Clarkson University Professor Silvana Andreescu has been awarded the Distinction in Faculty Mentoring for Research and Scholarship Award.
The Distinction in Faculty Mentoring for Research and Scholarship Award recognizes a faculty member who has demonstrated an outstanding commitment to faculty mentoring in research and scholarship by actively assisting pre-tenure and mid-career faculty in developing their careers.
Andreescu is the Egon Matijević Endowed Chair in Chemistry and Professor of Bioanalytical Chemistry at Clarkson. She is the Associate Dean of Research for the School of Arts & Sciences, and the Chair of the Department of Chemistry and Biomolecular Science. She received a Ph.D. in Chemistry from the University of Perpignan, France, and the University of Bucharest, Romania in 2002, and has been a member of the Clarkson faculty since 2005. Between 2003 and 2005 she was an NSF-NATO postdoctoral fellow at the State University of New York at Binghamton.
She is the recipient of a French Government Graduate Fellowship, a NATO-NSF Postdoctoral Fellowship, the NSF-CAREER Award, the John W. Graham Faculty Research Award, the Research Excellence Award and a Member of the Million Dollar Club at Clarkson University, reflecting funds received for sponsored research. In her research lab she has worked with and mentored over 23 graduate students (15 graduated), 5 post-doctoral fellows, 13 international visiting researchers, including 3 Fulbright Fellows, 3 high school teachers and over 150 undergraduates. She is committed to the success of her students and fellow researchers, many of whom are continuing their education at top graduate institutions or have secured rewarding positions in industry or academia. She has been actively involved and initiated a number of mentoring activities for tenure track faculty, serving in the Arts and Science Mentoring committee, organizing monthly mentoring sessions and focused group discussions to help faculty develop their research and scholarly work, and serving in university-wide mentoring programs and proposal preparation panels.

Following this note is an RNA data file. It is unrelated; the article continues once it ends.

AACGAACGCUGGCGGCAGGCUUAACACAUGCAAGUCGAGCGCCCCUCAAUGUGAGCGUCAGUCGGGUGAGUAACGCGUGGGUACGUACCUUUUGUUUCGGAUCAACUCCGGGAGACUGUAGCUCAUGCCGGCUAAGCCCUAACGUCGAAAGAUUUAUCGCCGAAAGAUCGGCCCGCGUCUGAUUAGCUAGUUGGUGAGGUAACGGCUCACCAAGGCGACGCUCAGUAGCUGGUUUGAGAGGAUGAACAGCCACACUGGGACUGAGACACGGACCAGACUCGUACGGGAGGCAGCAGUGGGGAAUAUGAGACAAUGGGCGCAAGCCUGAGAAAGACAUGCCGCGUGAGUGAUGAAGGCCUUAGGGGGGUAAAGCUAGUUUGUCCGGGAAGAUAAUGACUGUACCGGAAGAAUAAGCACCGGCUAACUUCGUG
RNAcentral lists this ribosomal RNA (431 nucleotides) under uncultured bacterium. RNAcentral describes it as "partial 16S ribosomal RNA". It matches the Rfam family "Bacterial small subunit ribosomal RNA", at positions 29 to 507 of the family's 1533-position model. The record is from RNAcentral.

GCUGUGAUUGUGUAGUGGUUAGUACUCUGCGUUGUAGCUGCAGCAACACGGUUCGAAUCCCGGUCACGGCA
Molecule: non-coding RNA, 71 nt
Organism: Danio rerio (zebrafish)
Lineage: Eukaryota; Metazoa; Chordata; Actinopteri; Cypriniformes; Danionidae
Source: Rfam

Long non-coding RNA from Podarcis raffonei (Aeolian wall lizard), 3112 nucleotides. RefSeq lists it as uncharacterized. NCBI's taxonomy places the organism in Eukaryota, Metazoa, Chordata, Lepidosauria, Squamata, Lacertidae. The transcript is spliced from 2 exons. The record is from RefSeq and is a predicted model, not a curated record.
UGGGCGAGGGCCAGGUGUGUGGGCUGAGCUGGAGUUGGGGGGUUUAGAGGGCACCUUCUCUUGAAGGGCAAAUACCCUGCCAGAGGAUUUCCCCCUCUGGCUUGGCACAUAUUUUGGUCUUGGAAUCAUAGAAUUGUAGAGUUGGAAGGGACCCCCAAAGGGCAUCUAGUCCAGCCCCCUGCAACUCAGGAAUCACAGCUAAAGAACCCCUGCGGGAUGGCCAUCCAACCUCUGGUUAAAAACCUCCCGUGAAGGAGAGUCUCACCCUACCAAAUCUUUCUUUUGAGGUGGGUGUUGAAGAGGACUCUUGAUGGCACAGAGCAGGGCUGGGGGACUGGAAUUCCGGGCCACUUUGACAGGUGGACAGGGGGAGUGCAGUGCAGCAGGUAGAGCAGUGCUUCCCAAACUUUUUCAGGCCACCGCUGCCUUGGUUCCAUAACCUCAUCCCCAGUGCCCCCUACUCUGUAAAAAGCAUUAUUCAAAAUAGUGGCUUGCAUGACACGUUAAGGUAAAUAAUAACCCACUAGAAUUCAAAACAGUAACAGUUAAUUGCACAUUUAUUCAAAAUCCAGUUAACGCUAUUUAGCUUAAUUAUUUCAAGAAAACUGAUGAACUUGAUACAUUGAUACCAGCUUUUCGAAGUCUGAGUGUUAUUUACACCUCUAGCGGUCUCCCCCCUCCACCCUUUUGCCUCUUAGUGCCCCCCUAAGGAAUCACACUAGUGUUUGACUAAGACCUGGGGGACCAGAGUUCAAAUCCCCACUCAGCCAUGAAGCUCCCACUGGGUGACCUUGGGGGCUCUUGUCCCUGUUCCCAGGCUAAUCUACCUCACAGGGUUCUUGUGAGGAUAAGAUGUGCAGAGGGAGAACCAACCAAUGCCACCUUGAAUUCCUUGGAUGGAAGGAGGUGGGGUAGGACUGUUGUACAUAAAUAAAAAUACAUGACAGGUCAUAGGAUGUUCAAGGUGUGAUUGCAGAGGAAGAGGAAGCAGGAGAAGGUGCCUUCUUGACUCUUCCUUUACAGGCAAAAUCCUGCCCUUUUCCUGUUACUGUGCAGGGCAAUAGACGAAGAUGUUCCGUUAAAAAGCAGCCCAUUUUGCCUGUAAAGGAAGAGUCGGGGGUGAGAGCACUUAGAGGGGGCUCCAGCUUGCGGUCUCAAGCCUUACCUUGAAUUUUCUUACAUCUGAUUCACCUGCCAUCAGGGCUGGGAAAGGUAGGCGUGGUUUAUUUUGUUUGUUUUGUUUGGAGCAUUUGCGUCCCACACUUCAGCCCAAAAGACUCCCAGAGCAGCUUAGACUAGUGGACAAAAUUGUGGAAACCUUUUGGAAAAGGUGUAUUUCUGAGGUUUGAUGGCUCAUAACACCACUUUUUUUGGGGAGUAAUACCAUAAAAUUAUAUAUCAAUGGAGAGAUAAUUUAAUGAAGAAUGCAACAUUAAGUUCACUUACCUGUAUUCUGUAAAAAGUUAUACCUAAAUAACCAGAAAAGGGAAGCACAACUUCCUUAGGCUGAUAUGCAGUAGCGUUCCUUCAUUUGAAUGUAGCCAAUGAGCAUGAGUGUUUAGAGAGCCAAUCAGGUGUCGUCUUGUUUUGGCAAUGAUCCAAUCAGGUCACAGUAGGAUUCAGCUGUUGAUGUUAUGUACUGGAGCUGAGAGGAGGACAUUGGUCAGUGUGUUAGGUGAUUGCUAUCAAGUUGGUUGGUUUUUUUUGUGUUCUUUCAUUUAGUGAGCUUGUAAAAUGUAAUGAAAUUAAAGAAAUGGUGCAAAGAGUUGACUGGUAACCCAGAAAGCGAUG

Andreescu’s current research is in the areas of bioanalytical chemistry, electrochemistry, bionanotechnology, biosensing and environmental nanotechnology. Andreescu and her research team design devices that are inexpensive, easy-to-use and have the required detection sensitivity and selectivity for routine applications. She has published about 150 peer-reviewed publications, 21 book chapters, co-edited 3 books and delivered more than 170 presentations at professional and academic conferences throughout the world. Her work is regularly highlighted by the popular press around the world with recent examples featuring a newly developed custom bioink that can be 3D printed into a skin-safe UV sensor that changes color when you’ve been exposed to too much UV light, such as the sun. She has managed research projects totaling over $4M primarily from federal agencies, the National Science Foundation, the National Institute of Health and US Army, and other funding agencies.